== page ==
Photographs by Marc Fowler of Metropolis Studio
There is nothing like being there–among the rows of white headstones–to realize why it is so important to remember Canada’s wartime sacrifices. You can read about it and hear about it, but it is hard to appreciate what was gained and lost unless you see if for yourself.
David Parsons of Deer Lake, Nfld., agrees. The 38-year-old was one of 10 provincial Legion representatives who participated in the 1999 Dominion Command Youth Leaders Pilgrimage of Remembrance. From July 8-22, Parsons and the other youth leaders travelled through Britain, France, Belgium and the Netherlands to visit Canadian WW I and WW II cemeteries, memorials and battlefields.
“For me,” said Parsons, “one of the most powerful moments occurred early one morning at Beaumont Hamel. There was dew on the ground and you could smell it and feel it. You could smell the pine, maple and dogberry trees. It reminded me of home. And there was, of course, the monument; a great bronze caribou, emblem of the Royal Newfoundland Regiment. It was breathtaking!”
Travelling with the youth reps were six war veterans from across Canada. The biennial pilgrimage was led by Dominion Vice-President Clarence King of Grand Falls-Windsor, Nfld. “The pilgrimage was the experience of a lifetime,” said King. “We spent a couple of weeks walking through history as opposed to reading about it. We held ceremonies and placed wreaths. The youth leaders were very dedicated. They asked really good questions and learned a lot. All of them will be sharing what they learned with people back in their home provinces.”
King said the most tearful moment came when the group placed a wreath at the Abbaye d’Ardenne in Normandy where at least 20 Canadian soldiers were murdered by the 12th SS Panzer Div. in 1944.
Debra Kerr-Goodfellow of Neilburg, Sask., said the Canadian war cemeteries were immaculate. “For beauty, they were right up there with our national parks…. The Vimy Memorial and the park surrounding it were absolutely stunning…. I felt a tremendous tide of emotion come over me while I was standing there listening to Last Post. Each and every monument and cemetery touched everyone deeply.”
At Dieppe, tour participants got up at 5 a.m. to walk the stone beach. “We wanted to get a feel for what it was like that time of day,” explained Parsons. “So, a group of us hit the beach at low tide and tried to picture what it was like for the young Canadian men who came ashore during the raid on Aug. 19, 1942.”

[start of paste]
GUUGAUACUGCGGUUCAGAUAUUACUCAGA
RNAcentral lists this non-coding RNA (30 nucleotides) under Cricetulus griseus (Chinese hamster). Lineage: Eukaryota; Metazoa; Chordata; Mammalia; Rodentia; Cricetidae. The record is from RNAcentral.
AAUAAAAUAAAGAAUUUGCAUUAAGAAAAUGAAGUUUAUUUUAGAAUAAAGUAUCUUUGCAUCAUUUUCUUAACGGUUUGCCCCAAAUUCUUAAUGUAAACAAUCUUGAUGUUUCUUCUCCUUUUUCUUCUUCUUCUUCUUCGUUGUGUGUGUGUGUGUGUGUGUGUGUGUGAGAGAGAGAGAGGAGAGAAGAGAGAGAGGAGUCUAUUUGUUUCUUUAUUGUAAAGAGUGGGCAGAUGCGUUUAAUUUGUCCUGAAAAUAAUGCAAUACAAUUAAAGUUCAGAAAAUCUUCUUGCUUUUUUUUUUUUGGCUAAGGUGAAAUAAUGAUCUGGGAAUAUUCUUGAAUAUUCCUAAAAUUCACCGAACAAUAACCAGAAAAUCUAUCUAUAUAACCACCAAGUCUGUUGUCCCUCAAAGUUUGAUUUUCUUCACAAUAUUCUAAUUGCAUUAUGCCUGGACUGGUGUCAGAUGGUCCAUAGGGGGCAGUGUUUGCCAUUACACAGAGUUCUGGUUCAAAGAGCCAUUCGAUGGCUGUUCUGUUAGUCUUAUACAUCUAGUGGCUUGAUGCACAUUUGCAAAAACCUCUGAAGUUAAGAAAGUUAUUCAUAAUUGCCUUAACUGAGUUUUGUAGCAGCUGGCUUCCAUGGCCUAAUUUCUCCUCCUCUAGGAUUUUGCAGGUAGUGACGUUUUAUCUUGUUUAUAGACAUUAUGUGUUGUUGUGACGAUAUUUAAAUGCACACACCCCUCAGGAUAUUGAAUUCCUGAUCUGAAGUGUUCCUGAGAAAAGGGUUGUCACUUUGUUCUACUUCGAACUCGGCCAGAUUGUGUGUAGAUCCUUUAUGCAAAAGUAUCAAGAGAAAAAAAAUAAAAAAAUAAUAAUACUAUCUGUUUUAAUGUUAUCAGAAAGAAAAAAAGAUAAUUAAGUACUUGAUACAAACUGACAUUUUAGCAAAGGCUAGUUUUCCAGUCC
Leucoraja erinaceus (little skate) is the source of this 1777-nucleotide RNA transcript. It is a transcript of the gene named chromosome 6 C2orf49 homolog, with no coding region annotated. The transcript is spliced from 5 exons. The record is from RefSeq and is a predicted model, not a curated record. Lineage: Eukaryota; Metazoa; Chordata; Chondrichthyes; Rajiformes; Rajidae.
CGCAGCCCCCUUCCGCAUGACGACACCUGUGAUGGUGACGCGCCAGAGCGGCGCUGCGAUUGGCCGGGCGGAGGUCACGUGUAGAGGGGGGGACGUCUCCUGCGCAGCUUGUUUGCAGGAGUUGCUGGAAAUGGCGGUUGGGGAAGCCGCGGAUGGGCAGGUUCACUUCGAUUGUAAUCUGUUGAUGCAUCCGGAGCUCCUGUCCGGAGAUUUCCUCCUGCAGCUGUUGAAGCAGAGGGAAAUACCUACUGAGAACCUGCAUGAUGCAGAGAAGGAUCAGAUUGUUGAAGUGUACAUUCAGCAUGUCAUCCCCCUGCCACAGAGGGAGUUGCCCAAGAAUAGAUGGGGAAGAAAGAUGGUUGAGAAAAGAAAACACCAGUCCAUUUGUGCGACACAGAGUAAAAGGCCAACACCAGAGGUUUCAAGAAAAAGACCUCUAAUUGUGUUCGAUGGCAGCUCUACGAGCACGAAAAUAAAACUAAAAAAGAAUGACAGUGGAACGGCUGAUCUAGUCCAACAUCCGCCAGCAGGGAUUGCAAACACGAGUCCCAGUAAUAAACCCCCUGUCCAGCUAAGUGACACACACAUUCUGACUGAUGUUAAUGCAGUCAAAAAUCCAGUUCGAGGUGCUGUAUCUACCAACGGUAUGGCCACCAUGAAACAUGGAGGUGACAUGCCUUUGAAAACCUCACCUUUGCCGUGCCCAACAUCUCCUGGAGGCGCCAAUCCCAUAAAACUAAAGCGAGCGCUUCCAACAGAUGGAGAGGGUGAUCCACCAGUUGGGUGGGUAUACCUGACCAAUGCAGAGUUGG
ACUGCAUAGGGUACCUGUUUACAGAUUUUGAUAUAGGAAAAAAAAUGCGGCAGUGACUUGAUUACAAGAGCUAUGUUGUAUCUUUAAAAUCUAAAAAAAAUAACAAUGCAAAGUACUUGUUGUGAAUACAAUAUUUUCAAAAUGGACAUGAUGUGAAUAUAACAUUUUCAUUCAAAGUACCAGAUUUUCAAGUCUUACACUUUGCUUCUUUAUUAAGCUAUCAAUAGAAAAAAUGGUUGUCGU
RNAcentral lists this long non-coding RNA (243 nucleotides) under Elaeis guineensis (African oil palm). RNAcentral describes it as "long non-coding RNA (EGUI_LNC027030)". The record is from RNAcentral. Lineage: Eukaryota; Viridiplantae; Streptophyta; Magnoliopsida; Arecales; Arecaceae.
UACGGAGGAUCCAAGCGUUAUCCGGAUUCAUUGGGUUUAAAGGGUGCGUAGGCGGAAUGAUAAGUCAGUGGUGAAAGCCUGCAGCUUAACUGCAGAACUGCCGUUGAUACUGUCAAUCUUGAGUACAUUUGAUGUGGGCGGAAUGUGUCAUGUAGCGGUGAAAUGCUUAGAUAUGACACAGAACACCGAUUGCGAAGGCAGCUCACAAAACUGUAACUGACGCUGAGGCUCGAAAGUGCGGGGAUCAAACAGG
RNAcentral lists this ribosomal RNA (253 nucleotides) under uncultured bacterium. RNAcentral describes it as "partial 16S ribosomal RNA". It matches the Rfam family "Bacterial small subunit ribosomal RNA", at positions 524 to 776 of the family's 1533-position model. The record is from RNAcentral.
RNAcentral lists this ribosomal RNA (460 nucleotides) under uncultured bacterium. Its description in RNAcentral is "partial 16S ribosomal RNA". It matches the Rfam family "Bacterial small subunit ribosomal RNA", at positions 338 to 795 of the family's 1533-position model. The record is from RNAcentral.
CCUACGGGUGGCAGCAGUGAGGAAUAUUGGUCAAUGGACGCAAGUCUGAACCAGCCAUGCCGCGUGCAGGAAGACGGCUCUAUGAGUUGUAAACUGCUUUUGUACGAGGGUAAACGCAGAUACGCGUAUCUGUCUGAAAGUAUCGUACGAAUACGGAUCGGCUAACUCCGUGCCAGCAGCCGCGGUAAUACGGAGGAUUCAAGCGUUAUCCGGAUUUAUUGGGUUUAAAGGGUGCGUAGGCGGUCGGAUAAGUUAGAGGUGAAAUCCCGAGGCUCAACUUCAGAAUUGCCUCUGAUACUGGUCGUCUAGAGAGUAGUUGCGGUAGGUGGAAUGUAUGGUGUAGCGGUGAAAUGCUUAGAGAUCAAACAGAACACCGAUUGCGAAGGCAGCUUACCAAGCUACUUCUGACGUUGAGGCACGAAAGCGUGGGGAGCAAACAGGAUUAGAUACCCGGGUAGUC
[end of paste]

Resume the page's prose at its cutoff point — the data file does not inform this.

Colleen Jones of Richmond, Ont., said she was inspired, but saddened by what she saw. “Where the names of the fallen really got to me was at the Menin Gate in Ypres, Belgium. There are more than 54,000 (names of Commonwealth WW I dead with no known grave) inscribed on the archway…. It was a distinct honour to carry the Canadian flag during our part of the ceremony there.”
Monique Krumke of New Richmond, Que., says Canadian war history takes on a whole new meaning. “You see the photos in books, but it’s not the same. The pilgrimage was excellent. I hope it continues for years to come because the more people who get to go, the more we can spread the word about Canada’s wartime achievements and sacrifices.”
Michael White of Enfield, N.S., was accompanied by his sister Theresa Mason, his mother Rita and her two sisters Theresa Ross and Dorothy Day. At a cemetery in Adegem, Belgium, they found the grave of Rita’s brother. Private Raymond Benere of the Algonquin Regiment died Oct. 10, 1944, while riding on a gun carrier. He was 19. “I never cried so much in all my life,” said White. “It was very sad, but it was nice for us to see his final resting place.”
Ottawa photographer Marc Fowler, who produced the images for this photo feature, was impressed by how the pilgrimage delivered a human dimension to Canada’s war history. “Without that it is very difficult for people to grasp what it was all about. Being there gives you a whole new perspective.”